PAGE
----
Anti-gay leaflets handed out as “presents”

Henrietta Cook

The children assumed they were receiving an early Christmas present when their school bus driver handed them golden envelopes.

With a cheery message on the front, “To the wonderful people who care for me. Merry Christmas”, Kyabram P–12 College students gave the envelopes to their parents on Wednesday night [14 December].

But many parents were shocked to discover that they contained anti-gay marriage leaflets from the Mar­riage Alliance. The leaflets also criticised the Safe Schools Coalition.

The school’s principal, Stuart Bott, wrote to parents yesterday to say the information was “not repre­sentative of the school’s position”.

He told Fairfax Media that he was unhappy about what had occurred and concerned parents had contac­ted the school.

“We are an inclusive school, and are working with families to say that won’t happen again,” he said.

Mr Bott said a “member of the community” handed the leaflets to school bus drivers and asked they be distributed to students. Some refused to pass them on. He would not say how many school bus drivers distributed the leaflets, but Fairfax Media understands that it could be up to ten.

The school has refused to sign up to the controversial Safe Schools program, despite the Andrews gov­ernment making it compulsory for all high schools to sign up to the program by 2018.

The college’s council said earlier this year that its school already pro­moted acceptance regardless of a person’s sexual orientation, race, religion, or age and “do not believe they need to align themselves to the Safe Schools Coalition to do this”.

It is not known whether this is why students at the school were targeted.

LGBTI advocate Damien Stevens, who lives and works in Shepparton, said the tactics were designed to scare people.

“To do that around Christmas and to disguise the information in the form of a present is foul,” he said. “The parents have opened it up in front of the child, the child says, ‘What is this’, and then they have a conversation about it.”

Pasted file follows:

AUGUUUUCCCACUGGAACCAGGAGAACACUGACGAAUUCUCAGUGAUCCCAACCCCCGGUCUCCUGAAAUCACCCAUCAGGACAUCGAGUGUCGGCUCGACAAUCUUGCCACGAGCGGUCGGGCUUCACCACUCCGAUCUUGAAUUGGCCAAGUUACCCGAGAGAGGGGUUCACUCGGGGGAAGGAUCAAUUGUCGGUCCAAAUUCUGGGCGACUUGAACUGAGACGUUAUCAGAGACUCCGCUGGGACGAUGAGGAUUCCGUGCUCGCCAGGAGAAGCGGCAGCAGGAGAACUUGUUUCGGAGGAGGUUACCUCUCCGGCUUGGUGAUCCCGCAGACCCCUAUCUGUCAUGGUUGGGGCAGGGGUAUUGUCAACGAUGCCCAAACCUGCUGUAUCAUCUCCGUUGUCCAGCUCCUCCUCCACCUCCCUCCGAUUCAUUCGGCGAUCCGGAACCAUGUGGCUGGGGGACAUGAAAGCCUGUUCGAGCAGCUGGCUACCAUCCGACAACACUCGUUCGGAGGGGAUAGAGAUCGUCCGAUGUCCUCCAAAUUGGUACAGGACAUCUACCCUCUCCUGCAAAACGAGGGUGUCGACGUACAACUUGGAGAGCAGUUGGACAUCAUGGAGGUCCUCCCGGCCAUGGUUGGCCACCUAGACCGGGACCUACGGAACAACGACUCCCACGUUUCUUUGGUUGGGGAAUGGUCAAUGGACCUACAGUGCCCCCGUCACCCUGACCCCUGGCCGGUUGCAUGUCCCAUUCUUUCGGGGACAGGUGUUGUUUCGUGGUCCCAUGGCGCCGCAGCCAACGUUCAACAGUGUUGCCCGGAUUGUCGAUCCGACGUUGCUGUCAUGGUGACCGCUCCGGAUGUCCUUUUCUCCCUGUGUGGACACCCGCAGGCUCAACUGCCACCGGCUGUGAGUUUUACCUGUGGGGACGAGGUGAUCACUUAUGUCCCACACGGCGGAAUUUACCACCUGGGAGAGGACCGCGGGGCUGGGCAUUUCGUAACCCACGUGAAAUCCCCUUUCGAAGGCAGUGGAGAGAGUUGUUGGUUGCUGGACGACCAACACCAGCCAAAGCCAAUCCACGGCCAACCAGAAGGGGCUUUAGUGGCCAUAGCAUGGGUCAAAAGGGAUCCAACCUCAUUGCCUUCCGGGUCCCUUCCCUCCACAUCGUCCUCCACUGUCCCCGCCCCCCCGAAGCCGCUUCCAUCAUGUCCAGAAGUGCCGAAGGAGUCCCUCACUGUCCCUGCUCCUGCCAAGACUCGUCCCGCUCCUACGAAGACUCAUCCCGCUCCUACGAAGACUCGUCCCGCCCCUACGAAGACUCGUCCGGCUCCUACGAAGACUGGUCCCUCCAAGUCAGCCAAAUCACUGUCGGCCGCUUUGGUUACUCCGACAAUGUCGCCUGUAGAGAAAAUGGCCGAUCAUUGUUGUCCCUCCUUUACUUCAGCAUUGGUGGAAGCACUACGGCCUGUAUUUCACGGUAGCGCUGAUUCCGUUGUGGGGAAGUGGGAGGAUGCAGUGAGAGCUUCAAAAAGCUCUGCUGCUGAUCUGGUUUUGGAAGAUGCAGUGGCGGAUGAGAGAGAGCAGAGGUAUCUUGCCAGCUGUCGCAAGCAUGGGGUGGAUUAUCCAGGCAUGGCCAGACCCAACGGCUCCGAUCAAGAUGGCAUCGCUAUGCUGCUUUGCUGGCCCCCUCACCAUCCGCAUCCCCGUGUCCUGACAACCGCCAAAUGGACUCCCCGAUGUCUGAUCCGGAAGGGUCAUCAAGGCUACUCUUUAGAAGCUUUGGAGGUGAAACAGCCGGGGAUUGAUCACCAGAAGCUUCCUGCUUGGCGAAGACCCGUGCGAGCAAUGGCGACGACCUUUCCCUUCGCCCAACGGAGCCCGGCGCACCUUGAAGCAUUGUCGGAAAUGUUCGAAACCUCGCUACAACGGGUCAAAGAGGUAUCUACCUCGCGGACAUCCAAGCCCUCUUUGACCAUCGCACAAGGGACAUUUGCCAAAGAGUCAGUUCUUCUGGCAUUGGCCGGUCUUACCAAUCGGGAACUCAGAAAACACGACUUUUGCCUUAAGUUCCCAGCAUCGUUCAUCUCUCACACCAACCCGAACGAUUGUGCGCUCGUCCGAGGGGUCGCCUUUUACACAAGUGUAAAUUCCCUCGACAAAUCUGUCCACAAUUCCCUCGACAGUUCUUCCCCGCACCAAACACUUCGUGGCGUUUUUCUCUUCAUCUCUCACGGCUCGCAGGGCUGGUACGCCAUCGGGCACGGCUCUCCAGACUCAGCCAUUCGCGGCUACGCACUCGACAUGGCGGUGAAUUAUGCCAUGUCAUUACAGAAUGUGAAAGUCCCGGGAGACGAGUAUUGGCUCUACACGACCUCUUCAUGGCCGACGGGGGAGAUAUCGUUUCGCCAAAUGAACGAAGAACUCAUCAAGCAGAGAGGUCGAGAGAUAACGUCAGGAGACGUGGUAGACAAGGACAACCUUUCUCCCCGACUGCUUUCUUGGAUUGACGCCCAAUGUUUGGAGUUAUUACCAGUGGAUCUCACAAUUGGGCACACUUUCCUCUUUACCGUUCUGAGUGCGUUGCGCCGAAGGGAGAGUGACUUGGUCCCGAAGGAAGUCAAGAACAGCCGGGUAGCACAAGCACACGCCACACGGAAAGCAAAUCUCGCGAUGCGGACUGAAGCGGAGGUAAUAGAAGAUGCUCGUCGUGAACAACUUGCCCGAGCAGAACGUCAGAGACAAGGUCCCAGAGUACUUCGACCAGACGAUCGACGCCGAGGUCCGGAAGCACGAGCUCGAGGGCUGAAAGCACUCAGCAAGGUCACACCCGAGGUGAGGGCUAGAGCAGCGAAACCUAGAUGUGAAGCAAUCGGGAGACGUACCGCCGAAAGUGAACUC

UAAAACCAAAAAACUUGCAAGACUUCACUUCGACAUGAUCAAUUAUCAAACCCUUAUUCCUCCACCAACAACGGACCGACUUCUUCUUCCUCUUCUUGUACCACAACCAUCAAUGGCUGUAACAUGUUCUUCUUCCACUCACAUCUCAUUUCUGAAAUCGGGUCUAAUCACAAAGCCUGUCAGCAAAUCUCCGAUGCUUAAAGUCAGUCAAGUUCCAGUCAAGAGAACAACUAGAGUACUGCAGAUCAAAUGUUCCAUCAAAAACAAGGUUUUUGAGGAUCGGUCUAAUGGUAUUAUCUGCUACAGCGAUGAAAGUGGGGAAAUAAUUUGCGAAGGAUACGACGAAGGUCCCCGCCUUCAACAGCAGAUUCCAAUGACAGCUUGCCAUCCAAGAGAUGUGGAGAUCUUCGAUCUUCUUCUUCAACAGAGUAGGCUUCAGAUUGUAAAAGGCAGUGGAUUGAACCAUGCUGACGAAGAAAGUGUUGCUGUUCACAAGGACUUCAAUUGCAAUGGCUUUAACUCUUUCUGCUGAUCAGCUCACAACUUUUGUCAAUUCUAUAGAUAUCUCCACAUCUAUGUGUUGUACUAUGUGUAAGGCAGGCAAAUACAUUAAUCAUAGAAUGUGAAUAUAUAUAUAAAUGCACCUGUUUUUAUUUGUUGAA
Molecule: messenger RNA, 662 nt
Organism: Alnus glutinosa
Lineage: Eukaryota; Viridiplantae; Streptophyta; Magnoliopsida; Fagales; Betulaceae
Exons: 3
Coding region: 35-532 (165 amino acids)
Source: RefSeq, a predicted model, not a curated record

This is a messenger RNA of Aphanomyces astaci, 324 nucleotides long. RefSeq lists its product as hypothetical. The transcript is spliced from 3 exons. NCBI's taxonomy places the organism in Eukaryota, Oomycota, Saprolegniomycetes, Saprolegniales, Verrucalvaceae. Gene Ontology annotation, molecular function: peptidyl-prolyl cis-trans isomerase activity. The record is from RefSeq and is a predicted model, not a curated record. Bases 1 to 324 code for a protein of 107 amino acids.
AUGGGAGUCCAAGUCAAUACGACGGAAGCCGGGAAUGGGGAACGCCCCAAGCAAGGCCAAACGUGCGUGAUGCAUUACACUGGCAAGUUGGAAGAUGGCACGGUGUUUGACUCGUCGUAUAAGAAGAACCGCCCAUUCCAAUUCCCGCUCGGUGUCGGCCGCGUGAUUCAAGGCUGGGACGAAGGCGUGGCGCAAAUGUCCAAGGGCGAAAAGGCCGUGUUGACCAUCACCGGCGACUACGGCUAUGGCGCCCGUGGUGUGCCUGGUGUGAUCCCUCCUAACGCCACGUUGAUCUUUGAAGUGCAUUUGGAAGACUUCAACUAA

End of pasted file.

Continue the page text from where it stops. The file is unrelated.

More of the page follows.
He said that the Marriage Alliance had also distributed the leaflets in the local newspaper and it was a sign that they felt threatened by changing attitudes in the region.

Murray Nationals MP Damien Drum supports gay marriage, and the area has received funding to sup­port LGBTI youth.

A Marriage Alliance spokesman said a volunteer had handed out the flyers, and it was not part of an offi­cial campaign. “This was not an ac­tion that was part of a campaign from Marriage Alliance and is not condoned or endorsed by Marriage Alliance,” he said.


Dutton’s Christmas crusade

Michael Koziol

Immigration Minister Peter Dutton has called for Australians to “rise up” to defend Christmas against “political correctness gone mad”.

Annoyed by a talk back radio caller’s description of secular carols at a grandchild’s school, Mr Dutton said it made his “blood boil”. “It is political correctness gone mad and I think people have just had enough of it,” he told Ray Hadley on 2GB.

Jim, a constituent of Mr Dutton’s Dickson electorate in Queensland, told Mr Dutton there was “not one Christmas carol” and the final song replaced the lyrics of “We Wish You A Merry Christmas” with “we wish you a happy holiday”.

Mr Dutton linked the issue to the “Teachers for Refugees” campaign in which many teachers in New South Wales and Vic­toria wore tee-shirts protesting about Australia’s off-shore de­tention camps for asylum seekers.

“If they want to conduct these sort of cam­paigns, do it on line or do it in your spare time. Don’t bring these sort of views into the minds of young kids.” Mr Dutton said.


Turnbull MP backs Victorian pro-life candidate

Richard Willingham - State Political Correspondent